African American Workers At UPS Facility File Lawsuit Regarding Racism

Nineteen workers at a United Parcel Service distribution center in Ohio are suing their employer, claiming management at the facility “enabled, tolerated, and purposefully promoted and encouraged a culture...

Nineteen workers at a United Parcel Service distribution center in Ohio are suing their employer, claiming management at the facility “enabled, tolerated, and purposefully promoted and encouraged a culture of racism and racially discriminatory conduct.”

The company itself is named as well as five supervisors and managers who defendants say maintained a racially hostile work environment, according to a copy of the lawsuit filed Wednesday in the Lucas County Court of Common Pleas and obtained by the Toledo Blade.

“African-American employees come to work each day not knowing whether a racist comment or conduct will confront them, being concerned that smirking or laughing white employees are ridiculing them because of their race, and walking on eggshells to avoid triggering a problem,” the suit reads.

The 46-page lawsuit details a pattern of racist incidents and discriminatory behavior that workers, some of whom have been at the company for more than two decades, witnessed at the distribution center in Maumee.

“UPS promptly investigated and took swift disciplinary action against those found to have engaged in inappropriate actions, including the discharge of two employees,” UPS spokesperson Dean Foust said in a statement. “Since that time the company has participated in remedial actions in cooperation with the Ohio Civil Rights Commission so that employees are trained and our operations are monitored to ensure we maintain a positive work environment free of harassment.”

In a July 2016 incident, the lawsuit alleges, one of the defendants created two nooses and hung them over the desk of an African American employee while a supervisor and other white co-workers made jokes.

Although that employee was fired, the victim was told not to speak about the incident and that he could be disciplined for taking photographs of the nooses.

Days later, the suit claims, another African American employee received text messages from white co-workers in a group chat regarding potential lottery winnings that contained references to hangings such as: “If you feel down and out, the noose is loose” and “Can we buy another noose with the winnings.”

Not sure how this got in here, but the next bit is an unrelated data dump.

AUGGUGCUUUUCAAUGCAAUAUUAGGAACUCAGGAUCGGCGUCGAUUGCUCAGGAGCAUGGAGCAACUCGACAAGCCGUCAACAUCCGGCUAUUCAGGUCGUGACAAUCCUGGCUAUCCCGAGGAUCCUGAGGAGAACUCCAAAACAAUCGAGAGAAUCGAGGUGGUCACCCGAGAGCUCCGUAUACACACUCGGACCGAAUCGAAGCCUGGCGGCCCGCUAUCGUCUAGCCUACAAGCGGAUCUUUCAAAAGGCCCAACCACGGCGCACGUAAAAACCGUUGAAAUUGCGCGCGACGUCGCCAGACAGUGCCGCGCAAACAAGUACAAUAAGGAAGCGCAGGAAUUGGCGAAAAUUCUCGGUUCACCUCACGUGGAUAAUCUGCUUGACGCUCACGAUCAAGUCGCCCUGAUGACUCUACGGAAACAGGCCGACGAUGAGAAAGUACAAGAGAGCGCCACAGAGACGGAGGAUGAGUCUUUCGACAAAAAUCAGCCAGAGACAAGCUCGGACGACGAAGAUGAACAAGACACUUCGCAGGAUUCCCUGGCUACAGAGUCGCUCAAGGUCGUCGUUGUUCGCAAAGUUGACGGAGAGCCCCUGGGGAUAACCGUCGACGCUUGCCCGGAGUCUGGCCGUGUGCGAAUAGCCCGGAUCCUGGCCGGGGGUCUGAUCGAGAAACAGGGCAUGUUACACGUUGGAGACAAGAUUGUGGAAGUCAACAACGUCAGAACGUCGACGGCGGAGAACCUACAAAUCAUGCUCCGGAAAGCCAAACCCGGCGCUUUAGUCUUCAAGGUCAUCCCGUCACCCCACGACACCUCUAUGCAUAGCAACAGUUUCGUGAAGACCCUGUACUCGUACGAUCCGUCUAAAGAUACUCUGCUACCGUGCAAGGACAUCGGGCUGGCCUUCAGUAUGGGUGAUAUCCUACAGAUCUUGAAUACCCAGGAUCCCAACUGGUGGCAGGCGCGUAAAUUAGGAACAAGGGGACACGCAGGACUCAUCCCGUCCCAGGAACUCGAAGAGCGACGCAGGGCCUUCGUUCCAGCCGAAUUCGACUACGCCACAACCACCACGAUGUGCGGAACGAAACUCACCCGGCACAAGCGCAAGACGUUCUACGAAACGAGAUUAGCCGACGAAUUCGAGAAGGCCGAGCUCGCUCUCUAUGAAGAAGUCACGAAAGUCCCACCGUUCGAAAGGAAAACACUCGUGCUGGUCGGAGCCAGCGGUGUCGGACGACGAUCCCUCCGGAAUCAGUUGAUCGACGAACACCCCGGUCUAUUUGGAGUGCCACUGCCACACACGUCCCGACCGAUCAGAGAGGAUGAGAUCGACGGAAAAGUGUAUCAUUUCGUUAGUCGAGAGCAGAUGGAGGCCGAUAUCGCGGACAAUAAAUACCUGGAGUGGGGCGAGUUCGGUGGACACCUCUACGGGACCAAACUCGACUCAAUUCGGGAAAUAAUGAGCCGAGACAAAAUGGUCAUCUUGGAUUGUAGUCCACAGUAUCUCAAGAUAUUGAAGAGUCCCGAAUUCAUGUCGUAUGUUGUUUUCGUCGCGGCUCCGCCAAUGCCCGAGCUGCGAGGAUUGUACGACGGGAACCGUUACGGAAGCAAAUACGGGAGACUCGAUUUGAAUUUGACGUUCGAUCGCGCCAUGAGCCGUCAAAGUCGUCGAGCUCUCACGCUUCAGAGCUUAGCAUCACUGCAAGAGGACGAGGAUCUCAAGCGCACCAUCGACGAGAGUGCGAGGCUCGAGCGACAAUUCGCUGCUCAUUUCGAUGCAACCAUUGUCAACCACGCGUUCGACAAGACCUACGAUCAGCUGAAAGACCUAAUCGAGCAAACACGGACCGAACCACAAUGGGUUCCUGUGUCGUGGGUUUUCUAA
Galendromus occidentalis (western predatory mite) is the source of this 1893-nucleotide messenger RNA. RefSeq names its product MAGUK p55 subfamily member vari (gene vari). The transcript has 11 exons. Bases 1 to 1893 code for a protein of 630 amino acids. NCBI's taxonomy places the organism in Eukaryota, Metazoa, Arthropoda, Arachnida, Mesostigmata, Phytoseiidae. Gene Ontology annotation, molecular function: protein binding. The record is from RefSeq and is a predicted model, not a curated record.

Although the incident was reported to management, employees say no disciplinary action was taken.

The lawsuit also claims that in September 2016 a white employee refused to deliver a package to a predominately African American neighborhood and used a racial slur to describe the area.

Although the employee was initially fired, she was “almost immediately, voluntarily reinstated by UPS,” according to the suit.

These incidents, along with others including remarks about Ku Klux Klan meetings, the presence of Confederate flags and the display of a stuffed monkey dressed as a UPS employee, combined to create a racially hostile work environment, the suit claims.

The employees also claim that African American workers faced discrimination in the hiring, promotion and discipline processes. White employees with less seniority and fewer qualifications were chosen for promotions and favorable work assignments over black employees, the suit states.

Employees point out that the Ohio Civil Rights Commission received several complaints from employees and determined “there was probable cause to believe that discrimination and retaliation had occurred,” in June 2017.

However, the Commission chose not to pursue charges and instead enacted an agreement with UPS that provided no compensation to the plaintiffs and required no admission of wrongdoing from the company.

The employees are seeking “declaratory and injunctive relief” concerning the alleged discrimination, compensatory damages exceeding $25,000, legal fees and an unspecified amount of punitive damages “to deter future unlawful conduct.”

Source: USA Today  N’dea Yancey-Bragg

Photo Credit: Transport Topics

Photo Credit: USA Today

Photo Credit: AccessWDUN

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